Out-of band SAN appliances allow for independent flow of data between servers and storages since it does not function within the data path (InfoWorld, 2001). In addition, execution of management functions by these appliances is independent of application servers, a factor which dictates for having host drives. This has the implication that the positioning of an out-band SAN appliance posses performance concerns in the system (InfoWorld, 2001).
Another implication is that increase in the number of server in such a system complicates administration issues. Still, out-of band SAN appliances have its meta-data and control operations separate from the data path. This coupled with the need for having a driver at each host frees the host to engage only in transferring data to and from the storage. Nevertheless, this configuration has the advantage of caching due to the request time delays involved in linking data path information and the appliance for processing.
On the other hand, in-band SAN appliances employ a single device for executing all the basic storage management functions namely; data path, control operations, and meta-data management (Kornfeld, 2001). This has the implication that no additional driver software is needed in the host. Also, this enhances scalability of the SAN system. However, this limits the application of in-band SAN appliances in a busy SAN since both meta-data and control operations share the same data path.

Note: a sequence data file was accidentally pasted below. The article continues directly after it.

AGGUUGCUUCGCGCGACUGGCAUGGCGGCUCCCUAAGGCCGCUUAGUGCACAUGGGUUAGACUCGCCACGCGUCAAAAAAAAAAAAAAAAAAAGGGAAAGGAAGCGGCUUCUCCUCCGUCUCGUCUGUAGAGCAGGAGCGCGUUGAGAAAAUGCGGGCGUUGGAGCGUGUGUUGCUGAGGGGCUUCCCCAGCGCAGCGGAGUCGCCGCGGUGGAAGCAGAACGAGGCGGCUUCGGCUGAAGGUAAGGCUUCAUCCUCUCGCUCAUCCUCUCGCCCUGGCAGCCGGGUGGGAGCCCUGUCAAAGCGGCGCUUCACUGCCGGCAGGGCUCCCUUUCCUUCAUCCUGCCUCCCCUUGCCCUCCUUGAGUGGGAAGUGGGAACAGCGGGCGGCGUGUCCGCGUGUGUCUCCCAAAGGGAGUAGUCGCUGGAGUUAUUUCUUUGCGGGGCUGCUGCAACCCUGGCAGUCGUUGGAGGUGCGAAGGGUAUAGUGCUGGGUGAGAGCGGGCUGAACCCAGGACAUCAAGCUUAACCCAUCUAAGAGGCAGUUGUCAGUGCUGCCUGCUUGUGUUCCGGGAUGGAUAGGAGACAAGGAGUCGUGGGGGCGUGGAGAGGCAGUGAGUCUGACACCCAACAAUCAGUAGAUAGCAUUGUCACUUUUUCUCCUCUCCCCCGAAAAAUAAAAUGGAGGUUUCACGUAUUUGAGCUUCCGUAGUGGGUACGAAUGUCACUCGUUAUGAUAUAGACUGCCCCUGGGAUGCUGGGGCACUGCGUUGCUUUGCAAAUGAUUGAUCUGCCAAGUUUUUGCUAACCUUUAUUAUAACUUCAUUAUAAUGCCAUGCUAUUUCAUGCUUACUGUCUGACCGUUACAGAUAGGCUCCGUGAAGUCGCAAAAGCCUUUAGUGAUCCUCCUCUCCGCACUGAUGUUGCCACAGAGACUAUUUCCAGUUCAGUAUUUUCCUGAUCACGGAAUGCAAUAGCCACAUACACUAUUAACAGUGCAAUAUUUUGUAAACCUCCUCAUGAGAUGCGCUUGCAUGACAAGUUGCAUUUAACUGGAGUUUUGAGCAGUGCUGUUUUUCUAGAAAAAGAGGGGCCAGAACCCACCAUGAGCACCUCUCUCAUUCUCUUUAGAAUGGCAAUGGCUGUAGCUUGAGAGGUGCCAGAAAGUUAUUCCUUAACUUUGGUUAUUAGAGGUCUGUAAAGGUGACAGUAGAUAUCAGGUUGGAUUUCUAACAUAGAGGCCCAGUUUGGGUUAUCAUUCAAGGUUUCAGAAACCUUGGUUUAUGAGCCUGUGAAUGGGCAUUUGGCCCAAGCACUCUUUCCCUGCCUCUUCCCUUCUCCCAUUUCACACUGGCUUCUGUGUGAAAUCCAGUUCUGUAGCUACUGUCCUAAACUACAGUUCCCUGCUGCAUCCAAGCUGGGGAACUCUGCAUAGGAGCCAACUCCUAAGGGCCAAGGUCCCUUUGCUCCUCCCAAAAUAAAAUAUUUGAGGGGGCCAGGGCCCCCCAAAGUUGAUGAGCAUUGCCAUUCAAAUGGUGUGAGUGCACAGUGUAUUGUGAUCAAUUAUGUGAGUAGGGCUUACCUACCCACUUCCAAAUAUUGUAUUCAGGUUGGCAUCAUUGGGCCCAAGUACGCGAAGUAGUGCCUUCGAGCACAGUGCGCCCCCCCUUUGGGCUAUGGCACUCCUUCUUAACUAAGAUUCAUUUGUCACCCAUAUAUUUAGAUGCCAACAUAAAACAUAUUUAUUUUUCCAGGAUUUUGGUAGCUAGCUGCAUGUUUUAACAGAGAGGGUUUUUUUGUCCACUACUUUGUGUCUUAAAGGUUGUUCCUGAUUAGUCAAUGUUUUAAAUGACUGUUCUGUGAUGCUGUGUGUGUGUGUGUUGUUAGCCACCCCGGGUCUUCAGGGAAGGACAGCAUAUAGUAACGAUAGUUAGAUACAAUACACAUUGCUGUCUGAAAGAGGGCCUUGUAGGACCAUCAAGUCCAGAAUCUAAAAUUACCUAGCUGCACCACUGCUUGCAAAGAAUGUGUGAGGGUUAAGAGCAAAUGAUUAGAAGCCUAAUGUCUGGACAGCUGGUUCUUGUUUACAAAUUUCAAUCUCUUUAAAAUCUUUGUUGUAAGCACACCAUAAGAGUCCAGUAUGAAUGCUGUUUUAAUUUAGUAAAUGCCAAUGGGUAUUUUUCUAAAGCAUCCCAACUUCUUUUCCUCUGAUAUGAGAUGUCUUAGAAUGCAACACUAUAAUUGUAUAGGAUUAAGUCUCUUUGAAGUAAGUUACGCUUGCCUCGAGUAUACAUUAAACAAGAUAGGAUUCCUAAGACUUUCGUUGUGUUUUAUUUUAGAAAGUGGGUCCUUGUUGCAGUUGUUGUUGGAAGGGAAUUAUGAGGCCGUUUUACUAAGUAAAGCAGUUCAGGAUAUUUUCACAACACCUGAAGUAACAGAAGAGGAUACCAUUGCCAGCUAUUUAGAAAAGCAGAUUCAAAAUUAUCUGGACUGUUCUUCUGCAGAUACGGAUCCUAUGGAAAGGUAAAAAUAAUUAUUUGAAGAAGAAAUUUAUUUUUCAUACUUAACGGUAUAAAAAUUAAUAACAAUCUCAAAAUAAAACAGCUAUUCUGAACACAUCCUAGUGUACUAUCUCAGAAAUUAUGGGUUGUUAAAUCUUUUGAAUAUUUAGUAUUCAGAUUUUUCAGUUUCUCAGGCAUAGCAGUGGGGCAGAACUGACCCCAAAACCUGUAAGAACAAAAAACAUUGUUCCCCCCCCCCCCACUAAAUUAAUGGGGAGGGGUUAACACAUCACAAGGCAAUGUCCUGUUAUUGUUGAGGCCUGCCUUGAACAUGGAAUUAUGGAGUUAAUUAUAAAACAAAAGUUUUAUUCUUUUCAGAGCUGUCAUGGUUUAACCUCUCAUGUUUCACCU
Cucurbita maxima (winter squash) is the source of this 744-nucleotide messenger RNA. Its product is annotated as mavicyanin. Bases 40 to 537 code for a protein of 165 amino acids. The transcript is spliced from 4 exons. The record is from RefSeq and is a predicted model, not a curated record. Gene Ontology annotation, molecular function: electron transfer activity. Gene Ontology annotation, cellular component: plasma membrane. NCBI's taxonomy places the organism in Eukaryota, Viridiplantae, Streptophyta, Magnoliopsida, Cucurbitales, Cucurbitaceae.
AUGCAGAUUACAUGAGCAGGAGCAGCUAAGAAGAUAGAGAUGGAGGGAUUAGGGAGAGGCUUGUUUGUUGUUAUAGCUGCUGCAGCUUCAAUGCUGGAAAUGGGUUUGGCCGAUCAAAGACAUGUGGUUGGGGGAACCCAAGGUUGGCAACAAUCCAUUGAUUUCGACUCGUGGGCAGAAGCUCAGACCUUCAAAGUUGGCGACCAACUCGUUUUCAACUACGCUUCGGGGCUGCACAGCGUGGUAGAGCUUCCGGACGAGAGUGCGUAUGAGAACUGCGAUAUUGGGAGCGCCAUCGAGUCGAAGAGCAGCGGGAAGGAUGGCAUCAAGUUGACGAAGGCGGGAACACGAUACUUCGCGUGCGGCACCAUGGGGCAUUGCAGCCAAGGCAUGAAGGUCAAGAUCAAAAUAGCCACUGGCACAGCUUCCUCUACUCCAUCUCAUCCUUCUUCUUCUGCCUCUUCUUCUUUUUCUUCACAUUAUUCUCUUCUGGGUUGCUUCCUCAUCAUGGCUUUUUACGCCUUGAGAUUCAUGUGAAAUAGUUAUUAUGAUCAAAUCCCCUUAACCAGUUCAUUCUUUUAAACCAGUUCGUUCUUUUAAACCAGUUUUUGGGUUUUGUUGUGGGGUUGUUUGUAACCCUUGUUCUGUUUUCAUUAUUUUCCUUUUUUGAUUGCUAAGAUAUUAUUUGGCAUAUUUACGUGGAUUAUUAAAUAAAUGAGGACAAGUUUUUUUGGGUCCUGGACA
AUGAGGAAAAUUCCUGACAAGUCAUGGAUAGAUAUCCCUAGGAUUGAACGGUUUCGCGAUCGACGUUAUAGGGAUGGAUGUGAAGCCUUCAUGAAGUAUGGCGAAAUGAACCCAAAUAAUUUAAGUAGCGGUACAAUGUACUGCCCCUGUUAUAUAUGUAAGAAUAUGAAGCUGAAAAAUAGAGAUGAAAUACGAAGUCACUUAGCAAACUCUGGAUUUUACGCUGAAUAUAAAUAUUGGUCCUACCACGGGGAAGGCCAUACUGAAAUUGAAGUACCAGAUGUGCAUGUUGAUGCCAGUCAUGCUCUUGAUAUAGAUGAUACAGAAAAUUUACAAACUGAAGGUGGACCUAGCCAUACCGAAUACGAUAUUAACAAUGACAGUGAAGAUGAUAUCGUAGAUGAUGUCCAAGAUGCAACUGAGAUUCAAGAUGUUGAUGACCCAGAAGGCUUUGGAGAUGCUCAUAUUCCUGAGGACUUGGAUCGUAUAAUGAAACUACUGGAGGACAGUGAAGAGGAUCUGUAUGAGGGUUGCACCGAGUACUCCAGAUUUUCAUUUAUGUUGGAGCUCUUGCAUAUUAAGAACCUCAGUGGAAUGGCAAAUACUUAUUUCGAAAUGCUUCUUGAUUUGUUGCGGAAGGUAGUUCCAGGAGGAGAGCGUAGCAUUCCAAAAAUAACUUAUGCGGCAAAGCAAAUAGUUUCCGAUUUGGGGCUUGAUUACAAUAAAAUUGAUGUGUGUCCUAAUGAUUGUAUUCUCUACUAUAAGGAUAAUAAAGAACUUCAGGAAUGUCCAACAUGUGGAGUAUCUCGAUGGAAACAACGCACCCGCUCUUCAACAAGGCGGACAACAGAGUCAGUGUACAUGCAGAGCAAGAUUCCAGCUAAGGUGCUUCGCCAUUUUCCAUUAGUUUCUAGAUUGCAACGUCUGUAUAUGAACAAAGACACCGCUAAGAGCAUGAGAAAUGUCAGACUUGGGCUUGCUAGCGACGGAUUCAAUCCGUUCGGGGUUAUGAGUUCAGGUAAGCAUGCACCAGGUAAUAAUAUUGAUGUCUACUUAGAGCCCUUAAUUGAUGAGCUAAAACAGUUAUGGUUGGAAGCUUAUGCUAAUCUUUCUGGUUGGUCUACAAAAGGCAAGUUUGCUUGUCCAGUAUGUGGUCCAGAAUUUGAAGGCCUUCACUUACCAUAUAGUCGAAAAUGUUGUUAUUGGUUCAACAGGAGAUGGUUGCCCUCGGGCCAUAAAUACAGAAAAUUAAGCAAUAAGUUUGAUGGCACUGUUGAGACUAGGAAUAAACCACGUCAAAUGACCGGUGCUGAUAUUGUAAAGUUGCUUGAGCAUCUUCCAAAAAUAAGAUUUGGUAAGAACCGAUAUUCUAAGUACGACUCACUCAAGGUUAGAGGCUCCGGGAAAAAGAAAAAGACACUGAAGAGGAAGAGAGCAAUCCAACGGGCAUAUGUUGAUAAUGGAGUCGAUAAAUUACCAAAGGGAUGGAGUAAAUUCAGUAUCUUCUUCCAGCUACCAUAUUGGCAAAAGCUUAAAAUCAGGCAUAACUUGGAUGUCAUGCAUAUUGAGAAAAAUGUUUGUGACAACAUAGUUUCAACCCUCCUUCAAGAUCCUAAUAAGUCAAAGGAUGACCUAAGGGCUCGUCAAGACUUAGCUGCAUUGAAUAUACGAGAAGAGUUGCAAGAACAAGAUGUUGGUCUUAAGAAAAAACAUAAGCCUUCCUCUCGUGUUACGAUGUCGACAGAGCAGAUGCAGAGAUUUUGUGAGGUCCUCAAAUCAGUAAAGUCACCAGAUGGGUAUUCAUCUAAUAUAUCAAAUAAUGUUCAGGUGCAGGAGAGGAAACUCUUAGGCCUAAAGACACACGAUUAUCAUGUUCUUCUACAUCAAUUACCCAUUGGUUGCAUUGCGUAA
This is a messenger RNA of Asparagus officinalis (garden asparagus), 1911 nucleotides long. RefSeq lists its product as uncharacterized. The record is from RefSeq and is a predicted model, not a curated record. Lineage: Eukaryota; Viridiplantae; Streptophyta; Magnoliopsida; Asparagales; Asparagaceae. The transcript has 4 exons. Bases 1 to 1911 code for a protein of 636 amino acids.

Despite this, in-band SAN appliances enjoy the privilege of allowing for caching and clustering (InfoWorld, 2001). In addition, being a single device, in-band SAN appliances boast of low cost of implementation and ease of administration (Kornfeld, 2001). Therefore, both in-band and out-of-band SAN appliances have advantages as well as disadvantages. Considerations before choice of a SAN appliance should thus be based on the needs in the particular organization.